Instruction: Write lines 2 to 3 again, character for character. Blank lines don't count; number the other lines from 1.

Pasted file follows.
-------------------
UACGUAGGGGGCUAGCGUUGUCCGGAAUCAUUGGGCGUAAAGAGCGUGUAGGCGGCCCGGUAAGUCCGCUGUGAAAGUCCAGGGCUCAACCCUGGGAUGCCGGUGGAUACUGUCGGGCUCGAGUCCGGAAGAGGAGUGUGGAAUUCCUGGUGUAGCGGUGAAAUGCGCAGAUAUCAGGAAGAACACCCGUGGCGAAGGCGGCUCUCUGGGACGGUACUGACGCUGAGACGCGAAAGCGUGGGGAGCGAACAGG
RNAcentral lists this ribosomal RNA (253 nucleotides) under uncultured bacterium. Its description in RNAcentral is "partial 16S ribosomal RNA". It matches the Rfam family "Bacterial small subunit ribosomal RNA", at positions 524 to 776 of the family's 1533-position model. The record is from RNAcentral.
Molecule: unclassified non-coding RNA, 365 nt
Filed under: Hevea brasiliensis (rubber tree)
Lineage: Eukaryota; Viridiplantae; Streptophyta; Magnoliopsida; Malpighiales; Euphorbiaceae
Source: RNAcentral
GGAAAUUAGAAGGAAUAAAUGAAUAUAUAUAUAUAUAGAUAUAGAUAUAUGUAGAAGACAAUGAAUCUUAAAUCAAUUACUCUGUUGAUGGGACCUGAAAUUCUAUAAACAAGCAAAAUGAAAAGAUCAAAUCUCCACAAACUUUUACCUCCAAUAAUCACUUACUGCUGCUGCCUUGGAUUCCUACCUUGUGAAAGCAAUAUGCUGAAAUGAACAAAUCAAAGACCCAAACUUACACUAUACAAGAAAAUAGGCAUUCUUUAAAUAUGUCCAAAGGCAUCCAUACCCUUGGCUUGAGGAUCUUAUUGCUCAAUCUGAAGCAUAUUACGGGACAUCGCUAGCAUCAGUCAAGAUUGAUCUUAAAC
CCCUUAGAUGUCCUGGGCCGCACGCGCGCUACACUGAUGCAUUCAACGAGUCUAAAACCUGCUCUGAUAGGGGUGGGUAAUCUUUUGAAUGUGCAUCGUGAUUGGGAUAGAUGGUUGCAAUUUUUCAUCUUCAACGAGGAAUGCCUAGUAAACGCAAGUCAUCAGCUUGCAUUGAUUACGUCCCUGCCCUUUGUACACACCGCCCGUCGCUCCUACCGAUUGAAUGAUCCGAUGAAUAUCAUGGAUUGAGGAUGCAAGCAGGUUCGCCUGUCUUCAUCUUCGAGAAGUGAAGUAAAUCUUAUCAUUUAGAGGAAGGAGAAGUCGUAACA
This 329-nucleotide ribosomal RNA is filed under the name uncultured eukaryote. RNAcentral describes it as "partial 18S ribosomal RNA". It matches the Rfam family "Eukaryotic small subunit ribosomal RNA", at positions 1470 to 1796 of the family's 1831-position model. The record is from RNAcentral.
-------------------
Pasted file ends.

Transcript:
RNAcentral lists this ribosomal RNA (253 nucleotides) under uncultured bacterium. Its description in RNAcentral is "partial 16S ribosomal RNA". It matches the Rfam family "Bacterial small subunit ribosomal RNA", at positions 524 to 776 of the family's 1533-position model. The record is from RNAcentral.
Molecule: unclassified non-coding RNA, 365 nt